10) Take a Water Bottle

Water bottle plastic waste is a serious issue and I don’t really trust that many places will recycle the bottles after we place them in the bin. Recycle bins can be difficult to find when travelling in remote locations. And if you don’t think that plastic water bottles are a problem…check out this lovely river in Guatemala (the beautiful country where I honeymooned, by the way).

Okay, so clearly we’re not going to drink from the taps in Guatemala or a lot of other places in the world where our stomachs could be affected by pathogenic microbes, so what can we do? Clearly safety is the ultimate priority and the answer is NOT just to bring your water bottle from home and cross your fingers you’ll be fine. There are companies which have developed non-chemical built in micro-filters which eliminates 99.9999% of waterborne bacteria (such as Salmonella, Cholera and E. coli) and 99.9% of protozoa (including Cryptosporidium and Giardia). They can weigh as little as just 2.7 ounces and the filter can purify up to 500 litres of safe drinking water from lakes, rivers, streams and tap water before they need changing. I’m currently doing research on which one I like best and will make a specific brand recommendation once I’ve tried them all out.

Thanks for reading what I have to say about eco travel. I’ve included two affiliate links in this post – to Lonely Planet publications and to Trip Advisor, both of which I’ve loved and used for years, long before becoming an affiliate. If you’ve enjoyed my content, please use these links to have a look at the products and make any purchases you’d like to. You’ll be able to take advantage of special rates you can get through my affiliate links and I’ll receive a small commission to help me pay for my blog. Thanks so much for your support!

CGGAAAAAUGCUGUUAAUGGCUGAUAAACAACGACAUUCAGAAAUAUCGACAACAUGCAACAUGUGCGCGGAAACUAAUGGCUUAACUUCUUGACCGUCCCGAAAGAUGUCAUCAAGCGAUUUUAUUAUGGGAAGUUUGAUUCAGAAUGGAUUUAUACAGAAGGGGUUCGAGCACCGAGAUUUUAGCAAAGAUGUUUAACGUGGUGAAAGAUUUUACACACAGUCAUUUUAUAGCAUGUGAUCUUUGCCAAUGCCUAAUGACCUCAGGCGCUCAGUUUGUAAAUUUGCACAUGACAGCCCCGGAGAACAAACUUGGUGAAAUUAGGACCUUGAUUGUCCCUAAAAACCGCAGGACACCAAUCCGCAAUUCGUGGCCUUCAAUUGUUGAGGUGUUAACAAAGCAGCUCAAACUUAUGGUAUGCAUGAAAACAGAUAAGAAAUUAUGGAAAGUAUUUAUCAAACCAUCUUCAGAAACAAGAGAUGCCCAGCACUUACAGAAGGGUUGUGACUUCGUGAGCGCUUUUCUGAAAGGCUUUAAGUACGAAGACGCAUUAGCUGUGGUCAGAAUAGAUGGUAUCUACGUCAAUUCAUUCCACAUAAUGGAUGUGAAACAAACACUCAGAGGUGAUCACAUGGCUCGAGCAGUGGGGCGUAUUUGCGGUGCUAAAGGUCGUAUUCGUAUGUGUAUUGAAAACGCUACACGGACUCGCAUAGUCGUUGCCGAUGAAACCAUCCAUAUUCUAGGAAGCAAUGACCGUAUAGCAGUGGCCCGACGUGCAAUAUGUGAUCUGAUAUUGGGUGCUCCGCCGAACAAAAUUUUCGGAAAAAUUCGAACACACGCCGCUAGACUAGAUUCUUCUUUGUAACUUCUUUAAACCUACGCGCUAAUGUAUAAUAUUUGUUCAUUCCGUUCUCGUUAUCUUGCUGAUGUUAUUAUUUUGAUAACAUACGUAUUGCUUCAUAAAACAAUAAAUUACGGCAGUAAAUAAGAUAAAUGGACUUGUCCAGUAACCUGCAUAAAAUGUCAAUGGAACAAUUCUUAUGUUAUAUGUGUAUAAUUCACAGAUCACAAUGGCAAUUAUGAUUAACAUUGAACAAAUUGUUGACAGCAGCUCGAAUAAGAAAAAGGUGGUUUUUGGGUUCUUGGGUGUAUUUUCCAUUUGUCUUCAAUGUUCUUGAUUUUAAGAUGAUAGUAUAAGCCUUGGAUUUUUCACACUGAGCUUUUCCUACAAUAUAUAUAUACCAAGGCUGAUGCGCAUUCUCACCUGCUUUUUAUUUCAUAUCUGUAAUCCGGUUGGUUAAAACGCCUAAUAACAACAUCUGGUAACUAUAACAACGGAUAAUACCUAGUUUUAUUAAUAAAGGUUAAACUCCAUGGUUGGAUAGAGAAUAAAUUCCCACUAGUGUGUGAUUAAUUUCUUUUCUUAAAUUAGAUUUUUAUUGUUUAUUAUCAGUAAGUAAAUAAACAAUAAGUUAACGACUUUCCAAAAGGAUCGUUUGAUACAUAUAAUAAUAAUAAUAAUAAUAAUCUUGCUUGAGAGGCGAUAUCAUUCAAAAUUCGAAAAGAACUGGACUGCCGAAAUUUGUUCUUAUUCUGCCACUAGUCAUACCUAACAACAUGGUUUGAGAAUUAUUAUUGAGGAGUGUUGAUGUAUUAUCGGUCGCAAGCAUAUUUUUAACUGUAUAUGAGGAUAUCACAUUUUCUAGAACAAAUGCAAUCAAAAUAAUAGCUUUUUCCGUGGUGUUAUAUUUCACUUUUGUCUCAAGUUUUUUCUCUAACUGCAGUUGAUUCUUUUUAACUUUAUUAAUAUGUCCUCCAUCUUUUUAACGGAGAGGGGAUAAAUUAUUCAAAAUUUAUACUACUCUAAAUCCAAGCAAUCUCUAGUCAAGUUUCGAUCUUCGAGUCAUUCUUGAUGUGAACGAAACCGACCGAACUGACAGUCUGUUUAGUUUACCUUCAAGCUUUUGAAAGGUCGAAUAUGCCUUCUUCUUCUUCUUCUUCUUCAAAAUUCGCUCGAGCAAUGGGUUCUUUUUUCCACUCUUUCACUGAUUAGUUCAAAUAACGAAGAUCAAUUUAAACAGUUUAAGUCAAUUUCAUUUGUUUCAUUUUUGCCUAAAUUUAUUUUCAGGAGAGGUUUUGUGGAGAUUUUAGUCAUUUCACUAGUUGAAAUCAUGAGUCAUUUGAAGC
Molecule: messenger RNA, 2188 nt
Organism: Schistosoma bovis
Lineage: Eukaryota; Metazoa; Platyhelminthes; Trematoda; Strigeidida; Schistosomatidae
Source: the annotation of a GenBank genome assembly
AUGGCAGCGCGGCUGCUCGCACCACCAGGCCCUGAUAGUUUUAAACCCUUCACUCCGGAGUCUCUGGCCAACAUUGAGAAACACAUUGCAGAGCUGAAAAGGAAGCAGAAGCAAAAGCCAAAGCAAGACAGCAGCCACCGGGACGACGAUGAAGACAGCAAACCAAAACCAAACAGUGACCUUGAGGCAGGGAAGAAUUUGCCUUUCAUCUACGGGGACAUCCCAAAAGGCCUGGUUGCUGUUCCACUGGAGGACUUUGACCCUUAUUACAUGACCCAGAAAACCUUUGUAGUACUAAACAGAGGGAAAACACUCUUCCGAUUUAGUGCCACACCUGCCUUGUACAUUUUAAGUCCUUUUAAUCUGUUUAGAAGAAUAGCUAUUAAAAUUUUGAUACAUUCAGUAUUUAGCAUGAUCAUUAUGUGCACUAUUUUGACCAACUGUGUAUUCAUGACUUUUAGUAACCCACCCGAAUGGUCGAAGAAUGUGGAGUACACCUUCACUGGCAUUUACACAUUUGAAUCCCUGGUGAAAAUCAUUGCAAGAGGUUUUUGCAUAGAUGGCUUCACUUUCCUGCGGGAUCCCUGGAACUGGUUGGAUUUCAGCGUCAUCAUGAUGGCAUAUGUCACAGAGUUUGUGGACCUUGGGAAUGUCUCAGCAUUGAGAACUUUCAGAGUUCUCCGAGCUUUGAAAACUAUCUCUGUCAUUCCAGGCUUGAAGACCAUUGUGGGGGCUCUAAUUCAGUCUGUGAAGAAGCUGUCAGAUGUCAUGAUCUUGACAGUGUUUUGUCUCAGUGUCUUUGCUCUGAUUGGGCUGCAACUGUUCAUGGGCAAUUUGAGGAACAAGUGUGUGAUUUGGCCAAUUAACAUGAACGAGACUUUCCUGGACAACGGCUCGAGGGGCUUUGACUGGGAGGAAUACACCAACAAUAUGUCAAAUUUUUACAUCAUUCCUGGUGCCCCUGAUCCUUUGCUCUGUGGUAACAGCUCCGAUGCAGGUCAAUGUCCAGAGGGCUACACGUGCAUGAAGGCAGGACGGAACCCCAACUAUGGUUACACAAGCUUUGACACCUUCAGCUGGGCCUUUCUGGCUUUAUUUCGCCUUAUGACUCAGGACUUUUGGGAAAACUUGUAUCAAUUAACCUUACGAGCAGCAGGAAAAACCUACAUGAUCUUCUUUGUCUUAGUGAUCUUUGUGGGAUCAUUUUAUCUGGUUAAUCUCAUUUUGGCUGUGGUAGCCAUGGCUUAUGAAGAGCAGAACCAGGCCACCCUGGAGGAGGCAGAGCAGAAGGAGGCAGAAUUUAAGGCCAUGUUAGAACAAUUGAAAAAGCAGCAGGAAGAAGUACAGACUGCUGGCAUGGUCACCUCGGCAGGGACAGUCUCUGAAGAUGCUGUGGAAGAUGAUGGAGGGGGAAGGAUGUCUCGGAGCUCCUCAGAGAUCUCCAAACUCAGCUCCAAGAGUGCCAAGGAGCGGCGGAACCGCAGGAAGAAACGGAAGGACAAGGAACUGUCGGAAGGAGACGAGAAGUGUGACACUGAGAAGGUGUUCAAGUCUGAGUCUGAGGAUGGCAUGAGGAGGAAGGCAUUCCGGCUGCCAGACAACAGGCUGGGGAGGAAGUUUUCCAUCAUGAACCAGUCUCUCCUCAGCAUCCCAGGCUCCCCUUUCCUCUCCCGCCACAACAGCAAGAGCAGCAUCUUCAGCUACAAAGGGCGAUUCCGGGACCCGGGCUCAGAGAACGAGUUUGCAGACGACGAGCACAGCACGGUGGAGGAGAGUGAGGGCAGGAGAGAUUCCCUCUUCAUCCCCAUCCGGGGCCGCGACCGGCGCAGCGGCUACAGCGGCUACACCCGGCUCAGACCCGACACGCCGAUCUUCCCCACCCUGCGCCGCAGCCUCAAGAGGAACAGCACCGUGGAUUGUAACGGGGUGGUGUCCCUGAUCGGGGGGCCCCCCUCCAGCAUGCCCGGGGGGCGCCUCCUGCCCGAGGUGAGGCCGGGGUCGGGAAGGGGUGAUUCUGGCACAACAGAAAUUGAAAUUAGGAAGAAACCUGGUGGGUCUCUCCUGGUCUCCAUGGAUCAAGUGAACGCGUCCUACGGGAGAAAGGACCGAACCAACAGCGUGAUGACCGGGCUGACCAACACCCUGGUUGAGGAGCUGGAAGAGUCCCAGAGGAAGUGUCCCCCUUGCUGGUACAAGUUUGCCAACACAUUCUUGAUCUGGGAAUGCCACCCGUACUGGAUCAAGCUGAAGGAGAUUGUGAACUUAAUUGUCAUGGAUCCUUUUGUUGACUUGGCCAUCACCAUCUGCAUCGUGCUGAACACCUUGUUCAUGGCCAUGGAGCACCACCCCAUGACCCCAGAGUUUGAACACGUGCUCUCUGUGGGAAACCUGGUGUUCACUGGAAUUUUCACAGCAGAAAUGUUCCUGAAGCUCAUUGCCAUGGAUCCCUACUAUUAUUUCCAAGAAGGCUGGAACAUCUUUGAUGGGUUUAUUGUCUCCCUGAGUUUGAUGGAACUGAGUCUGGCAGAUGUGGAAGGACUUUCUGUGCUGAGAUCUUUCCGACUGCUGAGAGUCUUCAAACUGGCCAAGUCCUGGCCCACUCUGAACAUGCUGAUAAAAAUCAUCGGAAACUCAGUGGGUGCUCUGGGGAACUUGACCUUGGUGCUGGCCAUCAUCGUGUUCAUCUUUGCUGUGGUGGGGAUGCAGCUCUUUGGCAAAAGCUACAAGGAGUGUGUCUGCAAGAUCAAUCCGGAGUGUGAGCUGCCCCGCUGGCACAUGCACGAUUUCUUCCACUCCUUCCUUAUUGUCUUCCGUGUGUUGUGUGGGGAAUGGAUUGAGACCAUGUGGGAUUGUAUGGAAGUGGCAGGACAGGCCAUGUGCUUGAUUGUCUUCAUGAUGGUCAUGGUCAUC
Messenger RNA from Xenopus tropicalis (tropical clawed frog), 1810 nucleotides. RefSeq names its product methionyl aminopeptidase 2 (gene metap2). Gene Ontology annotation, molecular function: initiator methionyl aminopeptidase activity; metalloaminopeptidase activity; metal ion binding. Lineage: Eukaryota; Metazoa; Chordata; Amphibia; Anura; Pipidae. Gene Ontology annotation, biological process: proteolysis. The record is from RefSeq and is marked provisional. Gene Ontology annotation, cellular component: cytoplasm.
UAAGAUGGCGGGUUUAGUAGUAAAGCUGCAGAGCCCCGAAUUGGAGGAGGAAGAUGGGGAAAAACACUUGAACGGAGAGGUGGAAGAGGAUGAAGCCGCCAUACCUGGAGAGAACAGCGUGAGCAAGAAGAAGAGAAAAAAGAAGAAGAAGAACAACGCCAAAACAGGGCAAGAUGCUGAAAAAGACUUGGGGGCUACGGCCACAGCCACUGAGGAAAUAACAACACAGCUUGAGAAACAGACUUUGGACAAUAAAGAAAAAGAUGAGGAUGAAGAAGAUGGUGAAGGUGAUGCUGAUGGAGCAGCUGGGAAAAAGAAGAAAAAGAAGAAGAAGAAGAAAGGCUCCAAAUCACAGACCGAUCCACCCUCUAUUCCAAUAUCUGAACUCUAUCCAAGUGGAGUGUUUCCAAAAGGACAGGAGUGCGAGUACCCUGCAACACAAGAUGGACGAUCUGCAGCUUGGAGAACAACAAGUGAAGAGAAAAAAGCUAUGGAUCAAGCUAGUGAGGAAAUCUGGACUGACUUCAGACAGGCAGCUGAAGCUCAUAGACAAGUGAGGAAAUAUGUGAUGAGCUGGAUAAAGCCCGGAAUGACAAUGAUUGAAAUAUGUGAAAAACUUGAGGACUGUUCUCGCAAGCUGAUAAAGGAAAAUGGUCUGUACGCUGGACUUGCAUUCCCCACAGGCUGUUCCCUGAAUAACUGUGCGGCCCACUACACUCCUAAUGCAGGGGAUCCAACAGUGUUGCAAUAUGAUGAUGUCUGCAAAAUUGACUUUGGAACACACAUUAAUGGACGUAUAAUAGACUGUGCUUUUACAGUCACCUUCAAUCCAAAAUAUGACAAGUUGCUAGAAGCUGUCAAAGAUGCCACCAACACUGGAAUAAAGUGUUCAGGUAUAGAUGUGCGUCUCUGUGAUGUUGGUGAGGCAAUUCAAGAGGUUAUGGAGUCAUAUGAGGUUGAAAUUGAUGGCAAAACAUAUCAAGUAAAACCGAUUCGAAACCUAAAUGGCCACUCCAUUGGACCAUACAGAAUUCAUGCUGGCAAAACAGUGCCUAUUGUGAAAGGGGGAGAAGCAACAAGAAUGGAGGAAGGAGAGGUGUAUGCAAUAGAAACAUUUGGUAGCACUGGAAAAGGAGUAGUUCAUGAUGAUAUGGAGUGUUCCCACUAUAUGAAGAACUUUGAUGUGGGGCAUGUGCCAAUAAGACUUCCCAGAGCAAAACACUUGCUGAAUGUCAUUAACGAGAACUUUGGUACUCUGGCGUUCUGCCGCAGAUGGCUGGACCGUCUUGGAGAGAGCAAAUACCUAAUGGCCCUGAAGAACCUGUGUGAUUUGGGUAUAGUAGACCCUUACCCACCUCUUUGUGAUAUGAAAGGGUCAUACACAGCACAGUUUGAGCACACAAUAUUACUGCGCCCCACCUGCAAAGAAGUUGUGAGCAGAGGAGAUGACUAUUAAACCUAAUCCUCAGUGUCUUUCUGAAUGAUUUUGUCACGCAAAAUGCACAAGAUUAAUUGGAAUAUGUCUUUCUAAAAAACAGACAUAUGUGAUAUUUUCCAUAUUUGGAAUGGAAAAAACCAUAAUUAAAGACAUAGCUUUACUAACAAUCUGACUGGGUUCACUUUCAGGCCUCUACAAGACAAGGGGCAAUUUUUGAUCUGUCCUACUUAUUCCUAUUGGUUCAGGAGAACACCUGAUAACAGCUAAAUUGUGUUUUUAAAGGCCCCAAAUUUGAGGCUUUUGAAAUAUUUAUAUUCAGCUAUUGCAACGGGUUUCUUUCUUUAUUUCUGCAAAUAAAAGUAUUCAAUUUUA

Photo Credit: Lonely Planet Guides by Valerie and Valise

How to Pack a Travel Capsule Wardrobe

As an experienced traveller, you quickly learn that there’s little to be gained by dragging around too much luggage. Packing light is a skill that is learned with time and practice, but I’d like to share some of my tips to help you slim down your luggage and make your trip more comfortable. Once you know how to do this, you will have a small but versatile wardrobe and you won’t feel deprived of options.

What you pack specifically depends on where you’re going, what you will do when you get there and how long you’ll be away. But to start with, get out all the things you think you will need and then ask yourself these questions:

  1. Do I really need to bring this?
  2. How often will I use this?
  3. Can I carry all my luggage on my own if need be?

The Guidelines I Recommend

Colours

Its tempting to just pack all your favourite stuff, but you’ll be much happier if your wardrobe coordinates, so try to pick a wardrobe from one colour family. (For me that tends to be neutrals – black, white, grey and blue – but that could just as easily be coral and turquoise if you’re that kind of a gal.)